Universities up and down the country have been shutting down as lecturers have walked out, arguing that the changes to their pension schemes could leave them thousands of pounds a year worse off in retirement. So this week we’re breaking down what the university strikes are all about, and what they tell us about everyone else’s pensions too.
Ayeisha Thomas-Smith speaks to two striking lecturers: Nadine El-Enany, co-director of the Centre for Research on Race and Law at Birkbeck, and SOAS Senate chair Meera Sabaratnam. They are joined by writer and researcher Christine Berry, who is also a postgraduate student at Sheffield University.
In this week’s episode, Adam is joined by speaker, coach and author of 18 books, Pete Cohen. They discuss the power of inspiration and how to develop a mindset to take action, including the books and teachings that have inspired them, such as the classic book Think and Grow Rich by Napoleon Hill. If you want to know how your mindset can help you make millions, this is a must listen.
Ian Forrest, investment research analyst at The Share Centre, looks at the Spring Statement as well as numbers from Clarkson, Prudential and Morrison's. He also looks ahead to forthcoming results from Kingfisher, Next and Smiths Group.
James Cameron-Wilson reviews Gringo and new Woody Allen film Wonder Wheel, neither of which made the top 10 last week. He also reflects upon the extraordinary success of both Black Panther and The Greatest Showman. Lastly, he looks at the debut on Blu-Ray of 1954's The Barefoot Contessa, daring for its day, which stars Ava Gardner and Humphrey Bogart.
Professor Tim Evans of Middlesex University and Gavin Oldham, Chairman of Share plc, reflect upon the Chancellor's Spring Statement. They assess his and the OBR's projections for the economy and ask where the future tax revenue will come from? What will happen to the £30 billion bonanza of fuel duty as we move away from petrol and diesel. Why can be done to address the housing crisis and what impact will the events in Salisbury have on the defence budget. And what might Brexit mean for our public finances.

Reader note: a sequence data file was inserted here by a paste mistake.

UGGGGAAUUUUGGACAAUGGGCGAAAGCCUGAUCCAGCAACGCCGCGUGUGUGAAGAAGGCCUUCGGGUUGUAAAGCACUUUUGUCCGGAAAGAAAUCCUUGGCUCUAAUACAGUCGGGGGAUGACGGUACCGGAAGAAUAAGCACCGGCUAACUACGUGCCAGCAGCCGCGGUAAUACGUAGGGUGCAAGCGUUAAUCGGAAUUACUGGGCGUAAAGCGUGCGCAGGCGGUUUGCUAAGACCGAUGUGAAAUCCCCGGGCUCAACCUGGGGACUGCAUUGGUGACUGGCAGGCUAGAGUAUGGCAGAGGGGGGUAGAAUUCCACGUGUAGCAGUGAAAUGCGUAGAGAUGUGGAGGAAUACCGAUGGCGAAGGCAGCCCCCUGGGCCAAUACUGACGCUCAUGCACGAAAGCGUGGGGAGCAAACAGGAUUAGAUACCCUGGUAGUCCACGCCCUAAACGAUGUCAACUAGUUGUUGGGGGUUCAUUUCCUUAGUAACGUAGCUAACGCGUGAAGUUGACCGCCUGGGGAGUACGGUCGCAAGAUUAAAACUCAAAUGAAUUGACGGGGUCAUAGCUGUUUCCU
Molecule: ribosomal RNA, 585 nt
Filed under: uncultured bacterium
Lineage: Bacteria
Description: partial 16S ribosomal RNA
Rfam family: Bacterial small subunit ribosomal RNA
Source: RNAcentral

Commercial property has had a good run recently. Does that mean you shouldn’t include any in your portfolio? Ed finds out from Mark Callender, head of property research at Schroders, Colm Lauder of Goodbody stockbrokers, and Scott Longley of ETFstream.
Adam talks to former champion bodybuilder and Mind Body Coach, Karolina Kaczor, about how to listen to your body and follow your intuition. While discipline and hard work are often highly regarded qualities, Karolina talks openly about the consequences of switching one obsession or addiction for another – and what the world of finance and business can learn from competitive bodybuilding.
We have a housing crisis. That’s the message, loud and clear, and it was reiterated by the Prime Minister this week. What’s the answer? Build more homes. Or is it? Because once you start digging into the subject, this housing crisis is a pretty ill-defined problem - and it’s not clear that a lack of homes is causing the problem of too high house prices.
Many people suspect that actually it’s too much cheap money that made homes so expensive.
On this week’s podcast episode, Simon Lambert, Lee Boyce and Georgie Frost get stuck into the housing crisis. They look at what the problem is meant to be, what made homes so expensive, what the plans are to solve the issue, and whether building more homes will make house prices cheaper.
Want to keep up with the latest earnings updates from the States? Well join Chris Hill and the Motley Fool Radio Show team here on Share Radio, direct from Washington DC, for news, views and analysis of the US stocks that matter. In this week's show: Investors cheer the latest jobs report; Toymakers tank on a possible Toys R Us liquidation; Cigna shakes up the healthcare industry; And Costco helps consumers prepare for the apocalypse.